Presenter Information

Jeff S. Young, Utah State University

Location

University of Utah

Start Date

19-6-1998 12:00 AM

Description

This paper discusses the balancing of a ground-based satellite simulator. The simulator uses an air bearing as the primary method for the emulation of the frictionless environment of space. Of particular concern for accurate simulation is system balancing. 'Balancing' refers to the process of moving the center of mass(CM) of the simulator near to the center of rotation(CR) of the air-bearing to reduce the interference of gravitational torques.

This paper develops an automatic balancing system for the simulator. This system calculates the system center of mass by analyzing the dynamic sensor data along with the integrated equations of motion. The algorithm uses the method of least squares to estimate the vector from the center of rotation to the center of mass. The center of mass of the simulator is then moved near to the center of rotation by means of movable masses that are adjusted to the correct location. The algorithm is able move the center of mass to a location closer than two hundredths of a millimeter from the center of rotation. This adjustment increases the period of oscillation of the simulator to more than 60 seconds.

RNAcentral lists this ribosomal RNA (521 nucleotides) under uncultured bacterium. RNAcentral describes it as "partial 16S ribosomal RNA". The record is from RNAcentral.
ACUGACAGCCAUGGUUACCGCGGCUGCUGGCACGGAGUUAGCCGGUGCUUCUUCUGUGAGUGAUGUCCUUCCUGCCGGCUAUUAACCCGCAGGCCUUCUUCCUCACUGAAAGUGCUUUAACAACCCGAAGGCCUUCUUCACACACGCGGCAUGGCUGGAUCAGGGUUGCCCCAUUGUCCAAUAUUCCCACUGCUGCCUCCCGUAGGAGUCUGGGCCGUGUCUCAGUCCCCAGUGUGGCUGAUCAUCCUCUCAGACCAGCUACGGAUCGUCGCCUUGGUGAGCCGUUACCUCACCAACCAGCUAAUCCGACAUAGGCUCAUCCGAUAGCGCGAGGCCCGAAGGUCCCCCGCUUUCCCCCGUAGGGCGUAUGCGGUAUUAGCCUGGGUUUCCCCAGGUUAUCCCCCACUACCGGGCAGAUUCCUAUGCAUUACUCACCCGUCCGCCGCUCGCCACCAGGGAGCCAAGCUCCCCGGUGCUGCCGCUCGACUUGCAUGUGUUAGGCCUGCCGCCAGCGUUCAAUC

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Jun 19th, 12:00 AM

Balancing of a Small Satellite Attitude Control Simlator on an Air Bearing

University of Utah

This paper discusses the balancing of a ground-based satellite simulator. The simulator uses an air bearing as the primary method for the emulation of the frictionless environment of space. Of particular concern for accurate simulation is system balancing. 'Balancing' refers to the process of moving the center of mass(CM) of the simulator near to the center of rotation(CR) of the air-bearing to reduce the interference of gravitational torques.

This paper develops an automatic balancing system for the simulator. This system calculates the system center of mass by analyzing the dynamic sensor data along with the integrated equations of motion. The algorithm uses the method of least squares to estimate the vector from the center of rotation to the center of mass. The center of mass of the simulator is then moved near to the center of rotation by means of movable masses that are adjusted to the correct location. The algorithm is able move the center of mass to a location closer than two hundredths of a millimeter from the center of rotation. This adjustment increases the period of oscillation of the simulator to more than 60 seconds.